You should have a clear vision for what you want from your business including your income goals, work location and hours. You need to have a plan for the type of clients you will serve and what you will offer them. You should know what you want initially and have a plan for where you want to take your solo business.
DO I UNDERSTAND HOW TO RUN A BUSINESS?
You’re not just working on a contract -you are operating a business-of-one. Your micro-business requires a plan so you can understand where to cut spending, where to invest, what services you plan to sell, how to price your consulting services, and how you are going to not only break even, but pay yourself a handsome salary.
CAN I GET PROJECTS FROM MY CURRENT NETWORK?
Generally, your network will be your best source of new business. Former colleagues are often supportive of entrepreneurial pursuits and will be more than happy to send work your way. Starting your business with an initial contract will provide you with a source of income and provide you with results that you can leverage to secure your second contract.
AM I “CONNECTED”?
In addition to what you know, who you know can be a defining factor in your success as an independent consultant. Networking is very important for building your business, and being an active member of professional groups or associations and having an up-to-date contact list can open up many new opportunities for your consultancy.
HAVE I PREPARED MY ONLINE PRESENCE?
Your online profiles such as LinkedIn should be current and showcase you as an expert in your skill set. Your stock in-creases when clients search for you online and find your credentials. Also consider creating a professional website with a few pages of information about what you do and how to contact you.
How to determine if you are financially ready
Your financial readiness can become the difference between struggle and success. One of the biggest changes is that you are no longer receiving a bi-weekly paycheck. In fact, you may experience long periods without pay. Invoicing frequency, payment terms, and the client payment turnaround will all impact your cash flow. If you bill monthly and your client has 30 days to pay, you could potentially be working fortwo to three months without payment, and that is after the time it takes you to land your first contract. You will also need to budget for the expenses of becoming independent. Your benefits and taxes are no longer subsidized by an employer, but your full responsibility. There may be marketing, legal and subcontracting expenses. Finally, your client may require error and omissions or general liability insurance.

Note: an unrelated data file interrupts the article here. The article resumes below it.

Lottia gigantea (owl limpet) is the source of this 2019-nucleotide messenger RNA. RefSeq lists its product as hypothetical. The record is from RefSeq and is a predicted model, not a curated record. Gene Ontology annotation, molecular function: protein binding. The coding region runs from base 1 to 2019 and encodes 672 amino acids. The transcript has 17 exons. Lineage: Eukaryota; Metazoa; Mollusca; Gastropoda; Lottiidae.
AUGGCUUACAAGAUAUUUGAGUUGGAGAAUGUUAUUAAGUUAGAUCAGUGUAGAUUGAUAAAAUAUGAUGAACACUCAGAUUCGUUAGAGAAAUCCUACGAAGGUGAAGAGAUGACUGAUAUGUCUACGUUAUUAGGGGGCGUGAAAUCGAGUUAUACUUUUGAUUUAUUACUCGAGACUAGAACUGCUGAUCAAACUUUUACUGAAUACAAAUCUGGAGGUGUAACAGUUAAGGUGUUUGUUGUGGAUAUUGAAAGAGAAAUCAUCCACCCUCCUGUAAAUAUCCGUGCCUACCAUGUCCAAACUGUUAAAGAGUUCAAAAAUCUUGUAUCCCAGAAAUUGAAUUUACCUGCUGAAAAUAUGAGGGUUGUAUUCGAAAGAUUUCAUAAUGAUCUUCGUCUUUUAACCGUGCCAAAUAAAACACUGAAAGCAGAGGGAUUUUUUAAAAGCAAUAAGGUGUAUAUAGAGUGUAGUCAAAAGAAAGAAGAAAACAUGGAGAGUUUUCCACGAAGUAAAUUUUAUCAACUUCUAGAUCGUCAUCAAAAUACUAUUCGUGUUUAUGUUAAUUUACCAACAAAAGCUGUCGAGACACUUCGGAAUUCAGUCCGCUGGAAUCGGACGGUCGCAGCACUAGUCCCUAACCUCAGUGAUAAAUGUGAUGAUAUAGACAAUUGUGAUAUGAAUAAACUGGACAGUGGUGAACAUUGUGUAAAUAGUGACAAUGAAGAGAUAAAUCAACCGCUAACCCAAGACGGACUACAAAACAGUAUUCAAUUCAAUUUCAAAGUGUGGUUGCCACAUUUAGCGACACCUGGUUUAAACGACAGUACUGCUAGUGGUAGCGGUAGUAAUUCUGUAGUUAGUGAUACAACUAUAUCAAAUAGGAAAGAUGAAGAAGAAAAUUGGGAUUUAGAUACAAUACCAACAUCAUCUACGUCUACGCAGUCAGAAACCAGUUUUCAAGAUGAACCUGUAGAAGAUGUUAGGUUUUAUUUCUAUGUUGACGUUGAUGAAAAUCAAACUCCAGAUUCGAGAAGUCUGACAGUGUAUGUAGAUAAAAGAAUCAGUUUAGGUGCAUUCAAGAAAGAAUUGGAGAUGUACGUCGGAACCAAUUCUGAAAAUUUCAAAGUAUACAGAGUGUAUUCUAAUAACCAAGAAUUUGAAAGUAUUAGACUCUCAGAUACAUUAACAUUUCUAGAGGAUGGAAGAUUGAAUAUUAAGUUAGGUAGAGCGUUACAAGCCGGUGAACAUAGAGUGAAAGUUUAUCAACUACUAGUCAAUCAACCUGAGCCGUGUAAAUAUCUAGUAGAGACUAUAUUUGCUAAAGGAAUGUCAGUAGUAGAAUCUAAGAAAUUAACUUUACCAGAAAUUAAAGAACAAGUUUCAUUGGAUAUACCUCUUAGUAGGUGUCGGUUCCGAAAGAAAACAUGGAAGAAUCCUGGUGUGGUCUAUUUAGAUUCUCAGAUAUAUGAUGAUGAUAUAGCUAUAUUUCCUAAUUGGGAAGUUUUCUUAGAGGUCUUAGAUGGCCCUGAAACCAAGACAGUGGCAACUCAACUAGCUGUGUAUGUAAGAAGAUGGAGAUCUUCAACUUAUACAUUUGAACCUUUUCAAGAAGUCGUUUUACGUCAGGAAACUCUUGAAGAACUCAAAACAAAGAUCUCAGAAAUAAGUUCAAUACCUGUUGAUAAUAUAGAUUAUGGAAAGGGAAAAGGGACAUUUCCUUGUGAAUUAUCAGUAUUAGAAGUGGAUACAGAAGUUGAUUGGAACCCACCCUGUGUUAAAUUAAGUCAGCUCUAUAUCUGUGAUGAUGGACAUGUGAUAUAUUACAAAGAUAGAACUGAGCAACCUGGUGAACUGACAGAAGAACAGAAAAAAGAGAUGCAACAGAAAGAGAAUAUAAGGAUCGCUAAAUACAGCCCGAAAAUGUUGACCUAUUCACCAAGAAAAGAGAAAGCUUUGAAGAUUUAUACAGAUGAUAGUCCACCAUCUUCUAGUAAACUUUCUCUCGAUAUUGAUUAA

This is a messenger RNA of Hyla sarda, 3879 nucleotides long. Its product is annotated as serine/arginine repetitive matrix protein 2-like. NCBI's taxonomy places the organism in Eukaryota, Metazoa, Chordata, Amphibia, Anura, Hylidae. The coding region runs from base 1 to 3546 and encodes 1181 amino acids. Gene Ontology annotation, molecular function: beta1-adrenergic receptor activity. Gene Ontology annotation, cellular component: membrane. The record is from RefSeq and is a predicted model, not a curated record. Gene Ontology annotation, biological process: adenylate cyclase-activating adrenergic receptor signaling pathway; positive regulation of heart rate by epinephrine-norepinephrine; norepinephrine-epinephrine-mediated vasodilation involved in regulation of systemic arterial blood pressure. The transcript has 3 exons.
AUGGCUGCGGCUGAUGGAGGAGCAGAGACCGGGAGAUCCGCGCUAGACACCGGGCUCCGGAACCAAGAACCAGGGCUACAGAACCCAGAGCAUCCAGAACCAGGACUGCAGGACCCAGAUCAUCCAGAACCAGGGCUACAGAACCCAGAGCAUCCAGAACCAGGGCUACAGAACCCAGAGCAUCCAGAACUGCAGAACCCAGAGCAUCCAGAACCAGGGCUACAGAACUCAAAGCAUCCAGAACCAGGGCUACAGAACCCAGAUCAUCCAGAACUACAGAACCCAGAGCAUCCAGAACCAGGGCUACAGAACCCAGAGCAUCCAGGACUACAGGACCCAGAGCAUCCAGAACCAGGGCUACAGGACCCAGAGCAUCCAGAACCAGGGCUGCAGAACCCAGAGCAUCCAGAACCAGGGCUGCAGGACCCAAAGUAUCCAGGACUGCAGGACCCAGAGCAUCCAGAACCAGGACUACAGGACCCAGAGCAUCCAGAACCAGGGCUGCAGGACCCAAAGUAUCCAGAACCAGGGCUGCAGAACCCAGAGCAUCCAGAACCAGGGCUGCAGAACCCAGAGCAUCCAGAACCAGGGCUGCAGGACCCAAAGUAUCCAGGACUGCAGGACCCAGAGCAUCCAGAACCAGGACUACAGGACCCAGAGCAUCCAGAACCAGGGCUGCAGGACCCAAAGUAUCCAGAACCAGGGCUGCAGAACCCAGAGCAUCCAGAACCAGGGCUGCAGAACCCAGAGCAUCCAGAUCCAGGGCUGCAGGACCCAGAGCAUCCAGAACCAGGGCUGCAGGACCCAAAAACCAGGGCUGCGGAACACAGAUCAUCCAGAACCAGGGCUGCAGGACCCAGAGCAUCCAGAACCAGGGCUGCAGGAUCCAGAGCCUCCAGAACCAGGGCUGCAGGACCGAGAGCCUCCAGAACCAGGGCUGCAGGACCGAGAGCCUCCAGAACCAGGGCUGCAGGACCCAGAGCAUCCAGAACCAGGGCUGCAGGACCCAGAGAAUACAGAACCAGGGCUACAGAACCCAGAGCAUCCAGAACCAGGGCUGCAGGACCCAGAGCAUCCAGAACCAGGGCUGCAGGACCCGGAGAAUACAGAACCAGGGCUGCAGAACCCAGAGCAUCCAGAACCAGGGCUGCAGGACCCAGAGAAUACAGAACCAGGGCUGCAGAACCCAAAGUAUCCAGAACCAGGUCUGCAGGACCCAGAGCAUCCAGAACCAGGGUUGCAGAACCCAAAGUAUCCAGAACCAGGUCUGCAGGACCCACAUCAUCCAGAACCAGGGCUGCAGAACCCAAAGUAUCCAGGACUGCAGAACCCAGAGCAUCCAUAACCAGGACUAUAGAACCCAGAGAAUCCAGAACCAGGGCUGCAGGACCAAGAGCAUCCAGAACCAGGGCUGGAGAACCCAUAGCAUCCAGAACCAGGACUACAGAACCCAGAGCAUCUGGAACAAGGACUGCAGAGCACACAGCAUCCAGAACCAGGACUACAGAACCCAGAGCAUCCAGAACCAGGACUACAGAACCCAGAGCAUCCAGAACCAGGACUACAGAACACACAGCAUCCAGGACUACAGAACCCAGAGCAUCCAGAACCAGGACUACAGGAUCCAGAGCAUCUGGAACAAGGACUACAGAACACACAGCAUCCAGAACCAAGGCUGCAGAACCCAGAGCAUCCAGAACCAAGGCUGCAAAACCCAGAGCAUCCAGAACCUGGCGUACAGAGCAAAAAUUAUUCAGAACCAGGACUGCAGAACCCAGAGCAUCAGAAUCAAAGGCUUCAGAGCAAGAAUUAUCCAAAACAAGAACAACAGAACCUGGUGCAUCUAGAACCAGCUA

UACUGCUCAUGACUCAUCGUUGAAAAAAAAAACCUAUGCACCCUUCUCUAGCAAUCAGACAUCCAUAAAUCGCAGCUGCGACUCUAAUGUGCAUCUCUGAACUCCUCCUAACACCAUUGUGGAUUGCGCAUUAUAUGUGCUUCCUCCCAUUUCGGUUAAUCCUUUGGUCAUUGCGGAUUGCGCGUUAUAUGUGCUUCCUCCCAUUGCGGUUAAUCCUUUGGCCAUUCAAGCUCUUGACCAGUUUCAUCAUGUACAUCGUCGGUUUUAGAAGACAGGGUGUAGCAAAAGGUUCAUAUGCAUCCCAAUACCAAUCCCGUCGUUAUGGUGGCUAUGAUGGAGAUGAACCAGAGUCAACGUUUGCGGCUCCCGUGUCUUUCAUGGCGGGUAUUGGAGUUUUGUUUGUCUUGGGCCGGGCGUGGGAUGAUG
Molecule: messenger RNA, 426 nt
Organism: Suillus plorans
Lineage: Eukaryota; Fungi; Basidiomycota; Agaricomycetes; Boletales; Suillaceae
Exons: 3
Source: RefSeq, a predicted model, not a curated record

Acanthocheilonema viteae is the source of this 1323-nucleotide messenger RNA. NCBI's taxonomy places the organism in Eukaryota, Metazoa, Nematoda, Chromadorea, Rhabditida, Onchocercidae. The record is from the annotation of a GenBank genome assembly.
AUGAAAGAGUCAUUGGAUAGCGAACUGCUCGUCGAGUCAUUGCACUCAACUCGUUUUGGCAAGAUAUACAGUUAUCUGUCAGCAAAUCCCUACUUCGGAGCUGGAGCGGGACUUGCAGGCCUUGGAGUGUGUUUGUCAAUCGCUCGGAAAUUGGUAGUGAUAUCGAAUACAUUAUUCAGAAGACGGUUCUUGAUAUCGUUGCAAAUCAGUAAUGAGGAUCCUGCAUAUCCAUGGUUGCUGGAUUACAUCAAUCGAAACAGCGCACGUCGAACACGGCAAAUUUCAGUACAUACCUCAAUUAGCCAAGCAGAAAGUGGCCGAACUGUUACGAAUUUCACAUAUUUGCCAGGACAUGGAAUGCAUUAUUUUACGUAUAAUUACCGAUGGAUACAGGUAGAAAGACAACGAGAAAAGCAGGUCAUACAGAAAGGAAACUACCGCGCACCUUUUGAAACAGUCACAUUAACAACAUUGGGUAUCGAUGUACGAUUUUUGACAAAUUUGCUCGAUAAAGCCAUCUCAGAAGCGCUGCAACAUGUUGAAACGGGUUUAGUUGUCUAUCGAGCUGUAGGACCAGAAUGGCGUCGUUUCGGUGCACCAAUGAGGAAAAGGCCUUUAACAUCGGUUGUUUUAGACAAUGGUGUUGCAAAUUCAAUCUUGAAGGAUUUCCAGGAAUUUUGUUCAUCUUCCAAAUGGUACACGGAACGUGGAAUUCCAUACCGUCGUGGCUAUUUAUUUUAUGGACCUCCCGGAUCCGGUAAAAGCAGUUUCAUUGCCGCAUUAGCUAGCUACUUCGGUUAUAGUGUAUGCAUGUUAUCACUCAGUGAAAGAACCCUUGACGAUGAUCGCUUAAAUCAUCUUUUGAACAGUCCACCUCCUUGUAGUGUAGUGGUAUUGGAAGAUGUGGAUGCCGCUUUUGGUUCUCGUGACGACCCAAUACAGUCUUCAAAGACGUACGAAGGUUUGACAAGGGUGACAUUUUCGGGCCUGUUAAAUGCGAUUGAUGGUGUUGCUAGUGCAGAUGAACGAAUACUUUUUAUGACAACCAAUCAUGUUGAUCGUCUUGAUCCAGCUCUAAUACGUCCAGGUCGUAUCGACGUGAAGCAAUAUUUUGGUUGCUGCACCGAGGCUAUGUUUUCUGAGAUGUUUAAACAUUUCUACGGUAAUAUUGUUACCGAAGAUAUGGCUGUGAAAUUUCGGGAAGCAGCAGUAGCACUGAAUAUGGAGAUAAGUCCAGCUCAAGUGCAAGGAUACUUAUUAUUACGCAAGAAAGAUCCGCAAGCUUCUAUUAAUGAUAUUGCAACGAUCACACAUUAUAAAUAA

Do not forget professionalism as part of your financial plan. You want to maintain the same standard of professionalism as your client, which means having the right tools. Consider your equipment needs such as computer, fax machine and business line.
DO I HAVE THE RESOURCES TO GO OUT ON MY OWN?
You will no longer have that steady paycheck, so it is important to have at least three months reserve in a liquid account to cover daily expenses. Be realistic and assess whether you have the resources needed to strike out on your own. If not, keep working and build up your reserves so that you can strike out on your own financially prepared.
DO I HAVE ANOTHER PERSON THAT HELPS SUPPORT MY LIFESTYLE?
Having someone else to share the financial burden can help alleviate some of the stresses as you start your new business. It is important to consider other sources of income as you plan your reserves to launch. This can also determine the amount of reserve that you will need to have to comfortably transition to independence.
DO I HAVE A CLIENT WILLING TO COMMIT TO A CONTRACT?
It is much easier to make the change from W2 to 1099 with a contract in hand. Your first contract provides you with an initial source of income. You should still have reserves to cover you as you wait for the first payment and to cover any gaps in cash flow.
HAVE I FULLY UNDERSTOOD THE COSTS AND TIME COMMITMENTS?
Don’t underestimate the time and money required to start a solo business. It is critical to take the time to understand and plan for the increased costs of independence. You have to budget not only for those expenses, but cash flow. Initially, there may be periods without income. Will you be able to comfortably manage your daily expenses, benefits and more if cash is not coming in on a regular basis? It is equally important to account for the time that will be required to launch your solo business.
DO I UNDERSTAND BUSINESS TAX IMPLICATIONS?
The number one mistake that independent workers make is failing to plan for their tax burden. Independent contractors must ensure that they account for self-employment tax in addition to the standard income tax. Estimated taxes can reduce the end-of-year tax burden, and in fact are required for certain income levels. Failure to fully fund estimated quarterly taxes and account for self-employment tax can result in an unplanned tax burden that may also include penalties and interest for underpayment.